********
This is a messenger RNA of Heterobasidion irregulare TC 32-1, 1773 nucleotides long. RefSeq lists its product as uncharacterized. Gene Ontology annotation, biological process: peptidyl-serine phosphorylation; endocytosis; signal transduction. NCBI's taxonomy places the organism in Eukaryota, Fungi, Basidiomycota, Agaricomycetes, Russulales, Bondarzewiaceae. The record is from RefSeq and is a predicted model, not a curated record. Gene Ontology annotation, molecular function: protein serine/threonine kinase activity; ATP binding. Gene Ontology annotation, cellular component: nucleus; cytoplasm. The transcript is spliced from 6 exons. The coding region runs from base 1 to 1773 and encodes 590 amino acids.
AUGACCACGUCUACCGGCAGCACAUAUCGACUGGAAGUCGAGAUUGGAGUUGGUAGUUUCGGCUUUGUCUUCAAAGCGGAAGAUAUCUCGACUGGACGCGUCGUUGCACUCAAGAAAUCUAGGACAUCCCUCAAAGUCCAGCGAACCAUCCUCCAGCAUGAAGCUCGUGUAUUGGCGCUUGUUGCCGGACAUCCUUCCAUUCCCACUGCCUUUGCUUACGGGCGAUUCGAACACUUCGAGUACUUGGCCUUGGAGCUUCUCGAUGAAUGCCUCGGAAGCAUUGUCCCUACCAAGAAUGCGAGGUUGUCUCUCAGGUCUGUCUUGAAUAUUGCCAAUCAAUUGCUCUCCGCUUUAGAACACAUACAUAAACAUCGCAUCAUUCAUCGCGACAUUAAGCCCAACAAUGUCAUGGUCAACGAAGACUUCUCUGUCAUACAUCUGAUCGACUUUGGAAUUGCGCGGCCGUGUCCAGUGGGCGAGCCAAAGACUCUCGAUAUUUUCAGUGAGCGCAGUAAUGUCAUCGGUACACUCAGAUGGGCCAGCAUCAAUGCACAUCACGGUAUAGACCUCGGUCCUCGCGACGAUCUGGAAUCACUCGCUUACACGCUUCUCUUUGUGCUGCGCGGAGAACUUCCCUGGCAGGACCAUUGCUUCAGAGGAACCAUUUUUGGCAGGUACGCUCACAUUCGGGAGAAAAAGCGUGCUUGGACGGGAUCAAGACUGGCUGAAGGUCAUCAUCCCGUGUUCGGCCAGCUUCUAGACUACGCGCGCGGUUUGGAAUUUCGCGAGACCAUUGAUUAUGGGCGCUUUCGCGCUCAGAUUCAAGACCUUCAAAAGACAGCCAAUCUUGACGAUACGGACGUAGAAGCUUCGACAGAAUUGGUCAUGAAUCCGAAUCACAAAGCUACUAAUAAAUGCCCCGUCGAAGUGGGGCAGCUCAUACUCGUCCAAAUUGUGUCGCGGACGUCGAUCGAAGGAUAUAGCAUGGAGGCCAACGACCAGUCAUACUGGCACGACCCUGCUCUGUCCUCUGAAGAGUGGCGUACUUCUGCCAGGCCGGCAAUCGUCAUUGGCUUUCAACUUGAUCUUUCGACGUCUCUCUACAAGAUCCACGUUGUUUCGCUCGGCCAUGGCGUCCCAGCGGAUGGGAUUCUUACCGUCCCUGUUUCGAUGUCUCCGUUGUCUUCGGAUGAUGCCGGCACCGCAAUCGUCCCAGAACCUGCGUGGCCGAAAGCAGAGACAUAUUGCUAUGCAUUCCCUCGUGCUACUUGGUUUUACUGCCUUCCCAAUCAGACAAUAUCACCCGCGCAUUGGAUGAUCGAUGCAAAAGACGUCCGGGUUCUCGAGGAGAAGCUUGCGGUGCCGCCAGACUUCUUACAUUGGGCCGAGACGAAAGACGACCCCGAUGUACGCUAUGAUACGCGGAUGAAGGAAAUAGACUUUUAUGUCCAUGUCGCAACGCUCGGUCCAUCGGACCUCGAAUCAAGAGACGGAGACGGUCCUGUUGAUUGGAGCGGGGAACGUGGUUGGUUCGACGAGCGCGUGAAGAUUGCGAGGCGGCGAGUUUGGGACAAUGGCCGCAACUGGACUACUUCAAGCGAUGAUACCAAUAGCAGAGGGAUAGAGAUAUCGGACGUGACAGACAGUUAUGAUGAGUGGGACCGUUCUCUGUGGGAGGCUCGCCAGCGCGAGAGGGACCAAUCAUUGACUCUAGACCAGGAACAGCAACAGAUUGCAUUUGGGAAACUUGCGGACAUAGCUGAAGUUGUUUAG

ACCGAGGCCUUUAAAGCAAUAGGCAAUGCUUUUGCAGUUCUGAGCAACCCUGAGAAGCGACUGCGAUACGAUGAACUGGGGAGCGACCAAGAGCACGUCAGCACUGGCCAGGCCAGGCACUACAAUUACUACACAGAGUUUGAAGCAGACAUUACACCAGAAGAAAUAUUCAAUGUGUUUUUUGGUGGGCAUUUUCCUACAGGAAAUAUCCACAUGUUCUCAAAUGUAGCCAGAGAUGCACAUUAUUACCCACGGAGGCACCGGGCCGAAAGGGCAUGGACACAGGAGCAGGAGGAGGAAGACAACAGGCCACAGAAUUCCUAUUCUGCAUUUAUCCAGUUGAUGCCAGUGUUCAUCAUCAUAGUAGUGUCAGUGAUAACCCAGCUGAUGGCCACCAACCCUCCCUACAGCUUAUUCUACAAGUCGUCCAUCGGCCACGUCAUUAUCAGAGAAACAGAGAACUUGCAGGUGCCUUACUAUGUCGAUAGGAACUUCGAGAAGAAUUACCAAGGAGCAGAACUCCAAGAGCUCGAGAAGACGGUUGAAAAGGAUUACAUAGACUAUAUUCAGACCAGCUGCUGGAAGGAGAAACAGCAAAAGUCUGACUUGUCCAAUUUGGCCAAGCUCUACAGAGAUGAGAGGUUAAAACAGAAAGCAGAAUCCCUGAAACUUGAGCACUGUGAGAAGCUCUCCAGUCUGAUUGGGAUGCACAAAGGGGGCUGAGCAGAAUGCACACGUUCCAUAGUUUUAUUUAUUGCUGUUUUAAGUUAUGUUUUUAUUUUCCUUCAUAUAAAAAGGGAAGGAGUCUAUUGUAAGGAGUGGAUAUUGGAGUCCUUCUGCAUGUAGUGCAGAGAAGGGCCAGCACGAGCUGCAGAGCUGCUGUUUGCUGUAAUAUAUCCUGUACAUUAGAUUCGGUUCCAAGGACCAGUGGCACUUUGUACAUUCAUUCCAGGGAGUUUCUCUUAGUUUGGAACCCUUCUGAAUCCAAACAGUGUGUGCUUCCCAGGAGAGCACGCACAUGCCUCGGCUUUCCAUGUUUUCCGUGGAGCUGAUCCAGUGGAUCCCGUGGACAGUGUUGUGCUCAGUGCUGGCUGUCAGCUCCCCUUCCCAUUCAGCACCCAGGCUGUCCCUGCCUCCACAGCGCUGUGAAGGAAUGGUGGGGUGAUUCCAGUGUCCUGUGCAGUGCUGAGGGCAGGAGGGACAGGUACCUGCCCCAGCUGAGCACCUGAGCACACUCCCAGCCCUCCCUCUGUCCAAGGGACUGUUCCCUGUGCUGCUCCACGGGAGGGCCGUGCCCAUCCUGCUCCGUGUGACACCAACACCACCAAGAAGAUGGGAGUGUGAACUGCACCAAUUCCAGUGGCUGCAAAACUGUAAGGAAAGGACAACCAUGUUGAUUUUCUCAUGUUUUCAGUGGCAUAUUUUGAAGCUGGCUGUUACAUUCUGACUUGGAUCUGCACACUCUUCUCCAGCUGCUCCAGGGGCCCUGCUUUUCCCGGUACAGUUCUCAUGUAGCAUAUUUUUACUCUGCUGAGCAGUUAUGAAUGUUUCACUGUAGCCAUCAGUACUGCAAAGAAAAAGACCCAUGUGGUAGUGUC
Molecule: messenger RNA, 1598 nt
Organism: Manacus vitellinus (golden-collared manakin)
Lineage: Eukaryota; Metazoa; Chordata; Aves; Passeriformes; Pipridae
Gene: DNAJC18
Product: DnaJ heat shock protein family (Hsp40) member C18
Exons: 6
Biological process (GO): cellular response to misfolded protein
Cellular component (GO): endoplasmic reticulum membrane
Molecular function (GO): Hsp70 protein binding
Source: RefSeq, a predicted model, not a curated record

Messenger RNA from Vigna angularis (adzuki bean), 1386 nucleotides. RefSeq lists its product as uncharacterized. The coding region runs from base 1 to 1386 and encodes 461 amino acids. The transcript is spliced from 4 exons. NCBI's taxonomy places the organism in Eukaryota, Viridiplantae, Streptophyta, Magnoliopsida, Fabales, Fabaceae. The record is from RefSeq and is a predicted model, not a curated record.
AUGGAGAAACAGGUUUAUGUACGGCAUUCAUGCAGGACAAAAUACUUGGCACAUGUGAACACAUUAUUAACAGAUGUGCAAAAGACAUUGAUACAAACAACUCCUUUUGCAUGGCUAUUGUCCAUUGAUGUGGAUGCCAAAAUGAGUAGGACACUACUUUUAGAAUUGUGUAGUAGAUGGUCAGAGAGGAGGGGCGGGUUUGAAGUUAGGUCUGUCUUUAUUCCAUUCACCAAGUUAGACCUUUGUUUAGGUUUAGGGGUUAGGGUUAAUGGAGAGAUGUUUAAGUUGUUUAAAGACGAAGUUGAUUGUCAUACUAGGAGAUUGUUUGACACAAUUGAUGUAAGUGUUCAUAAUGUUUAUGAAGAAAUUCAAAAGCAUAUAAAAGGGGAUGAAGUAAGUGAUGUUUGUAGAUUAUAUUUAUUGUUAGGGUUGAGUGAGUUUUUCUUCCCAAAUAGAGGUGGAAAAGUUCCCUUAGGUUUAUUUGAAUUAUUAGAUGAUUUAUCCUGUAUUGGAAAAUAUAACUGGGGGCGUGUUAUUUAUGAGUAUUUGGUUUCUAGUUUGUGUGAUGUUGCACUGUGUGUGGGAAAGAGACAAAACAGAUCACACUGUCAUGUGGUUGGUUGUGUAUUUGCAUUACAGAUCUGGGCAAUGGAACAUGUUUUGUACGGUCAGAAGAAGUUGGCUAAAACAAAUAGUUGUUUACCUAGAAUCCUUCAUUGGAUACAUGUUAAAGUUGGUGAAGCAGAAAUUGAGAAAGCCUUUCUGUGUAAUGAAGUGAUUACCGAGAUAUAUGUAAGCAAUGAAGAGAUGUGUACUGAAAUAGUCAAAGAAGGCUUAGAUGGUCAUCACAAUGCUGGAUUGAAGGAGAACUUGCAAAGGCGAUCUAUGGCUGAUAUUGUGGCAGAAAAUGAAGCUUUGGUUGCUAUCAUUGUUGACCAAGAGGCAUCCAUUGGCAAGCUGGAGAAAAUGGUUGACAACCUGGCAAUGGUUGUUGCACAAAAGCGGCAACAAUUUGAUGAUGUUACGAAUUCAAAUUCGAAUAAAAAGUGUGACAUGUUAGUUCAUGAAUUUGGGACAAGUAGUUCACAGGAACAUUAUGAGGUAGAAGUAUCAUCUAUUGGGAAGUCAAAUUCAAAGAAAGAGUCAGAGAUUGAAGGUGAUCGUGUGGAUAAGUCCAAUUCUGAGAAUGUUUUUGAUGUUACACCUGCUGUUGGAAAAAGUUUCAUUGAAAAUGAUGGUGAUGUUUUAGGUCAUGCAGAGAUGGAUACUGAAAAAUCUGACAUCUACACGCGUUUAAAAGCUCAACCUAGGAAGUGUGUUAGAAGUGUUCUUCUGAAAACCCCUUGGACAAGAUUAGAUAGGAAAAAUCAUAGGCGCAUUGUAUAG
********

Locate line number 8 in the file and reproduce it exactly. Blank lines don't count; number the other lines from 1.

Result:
Product: DnaJ heat shock protein family (Hsp40) member C18